A wonderful growth story and a big success, the telecom sector in India, nevertheless, has its own ups and downs. After some blistering growth from 2007 to 2012, the years 2013 and 2014 have been somewhat tough or uncertain for the industry as a whole. While intense competition kept tariffs for the consumers low and benefited the masses, policy delays or lack of clarity, coupled with the political fallout of spectrum allocations for 2G services, have meant that a lot of operators suffered setbacks or proceeded cautiously; also, the move from voice to data through 3G has met with limited success.
The woes of the industry have been compounded by the growing need for more spectrum. Operators have been asking the government for the release of more spectrum so that they can satisfy the growing demand for mobile voice as well as data services without sacrificing service quality. Many have reached the capacity limits of their infrastructure and badly need the spectrum to continue serving customers satisfactorily.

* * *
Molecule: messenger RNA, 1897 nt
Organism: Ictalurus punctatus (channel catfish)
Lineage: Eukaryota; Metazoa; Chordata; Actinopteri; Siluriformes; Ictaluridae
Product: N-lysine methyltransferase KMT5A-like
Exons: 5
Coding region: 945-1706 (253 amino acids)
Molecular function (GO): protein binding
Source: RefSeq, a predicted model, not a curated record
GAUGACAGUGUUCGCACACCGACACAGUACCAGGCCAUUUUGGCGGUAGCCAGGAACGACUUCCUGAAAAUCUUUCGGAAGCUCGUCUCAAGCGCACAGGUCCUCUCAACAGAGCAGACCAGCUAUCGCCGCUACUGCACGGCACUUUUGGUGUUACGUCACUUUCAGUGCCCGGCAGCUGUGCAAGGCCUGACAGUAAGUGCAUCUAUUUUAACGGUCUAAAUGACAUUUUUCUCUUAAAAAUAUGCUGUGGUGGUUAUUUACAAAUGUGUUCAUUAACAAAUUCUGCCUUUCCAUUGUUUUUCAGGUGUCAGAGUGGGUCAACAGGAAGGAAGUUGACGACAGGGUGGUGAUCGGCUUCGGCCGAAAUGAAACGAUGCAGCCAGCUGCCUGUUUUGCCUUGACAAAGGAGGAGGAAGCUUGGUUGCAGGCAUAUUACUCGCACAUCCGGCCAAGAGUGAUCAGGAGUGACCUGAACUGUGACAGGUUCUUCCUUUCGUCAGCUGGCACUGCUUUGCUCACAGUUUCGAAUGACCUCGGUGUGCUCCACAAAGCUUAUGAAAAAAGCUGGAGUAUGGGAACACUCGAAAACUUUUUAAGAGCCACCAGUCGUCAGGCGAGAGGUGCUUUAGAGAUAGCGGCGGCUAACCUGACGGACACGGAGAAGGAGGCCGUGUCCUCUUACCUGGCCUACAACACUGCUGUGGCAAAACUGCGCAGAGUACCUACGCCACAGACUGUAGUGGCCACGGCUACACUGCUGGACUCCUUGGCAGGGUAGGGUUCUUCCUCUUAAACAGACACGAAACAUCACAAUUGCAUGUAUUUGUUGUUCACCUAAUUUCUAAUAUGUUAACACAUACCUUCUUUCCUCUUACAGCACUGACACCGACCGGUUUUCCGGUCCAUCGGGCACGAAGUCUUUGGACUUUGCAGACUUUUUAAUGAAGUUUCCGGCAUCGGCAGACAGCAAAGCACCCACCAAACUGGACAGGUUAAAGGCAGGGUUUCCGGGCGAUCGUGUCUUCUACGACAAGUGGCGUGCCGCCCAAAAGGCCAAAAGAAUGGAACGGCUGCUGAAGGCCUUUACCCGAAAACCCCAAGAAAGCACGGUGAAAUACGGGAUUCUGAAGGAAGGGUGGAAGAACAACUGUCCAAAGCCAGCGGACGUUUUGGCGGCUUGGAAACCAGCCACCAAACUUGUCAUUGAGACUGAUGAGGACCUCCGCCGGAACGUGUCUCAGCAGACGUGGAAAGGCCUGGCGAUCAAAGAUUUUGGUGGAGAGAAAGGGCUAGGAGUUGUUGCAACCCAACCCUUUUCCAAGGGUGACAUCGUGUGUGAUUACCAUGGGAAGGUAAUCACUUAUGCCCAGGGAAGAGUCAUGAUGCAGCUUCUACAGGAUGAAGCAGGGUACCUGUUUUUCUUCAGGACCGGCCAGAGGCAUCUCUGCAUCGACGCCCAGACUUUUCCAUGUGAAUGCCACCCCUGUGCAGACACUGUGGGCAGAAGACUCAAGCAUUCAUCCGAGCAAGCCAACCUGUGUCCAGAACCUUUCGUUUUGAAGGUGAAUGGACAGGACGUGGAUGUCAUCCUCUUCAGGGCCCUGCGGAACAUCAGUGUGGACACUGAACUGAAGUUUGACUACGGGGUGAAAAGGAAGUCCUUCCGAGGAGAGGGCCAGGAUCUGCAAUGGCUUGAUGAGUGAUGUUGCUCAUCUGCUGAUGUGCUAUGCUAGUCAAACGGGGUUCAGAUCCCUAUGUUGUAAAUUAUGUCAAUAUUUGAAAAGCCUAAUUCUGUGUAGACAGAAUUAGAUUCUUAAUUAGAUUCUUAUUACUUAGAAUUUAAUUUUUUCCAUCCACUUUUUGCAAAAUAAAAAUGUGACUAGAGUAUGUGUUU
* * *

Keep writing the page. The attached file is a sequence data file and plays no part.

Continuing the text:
Thankfully, the government is working on sorting out these issues and some of the spectrum held by the Indian Army will soon be released for telcos. There is also a lot of hope among industry watchers from the next round of spectrum auction due to take place in February 2015.
The next phase of growth
The Indian government has been pushing for wider broadband penetration in the country from time to time. However, these attempts have met with limited success thus far: the National Telecom Policy 2012 had set the target of 175 million broadband connections by 2017 and 600 million by 2020 at 2Mbps and higher speeds like 100Mbps on demand. Against this, India achieved only about 60 million broadband connections as of March 2014 (source: a TRAI consultation paper).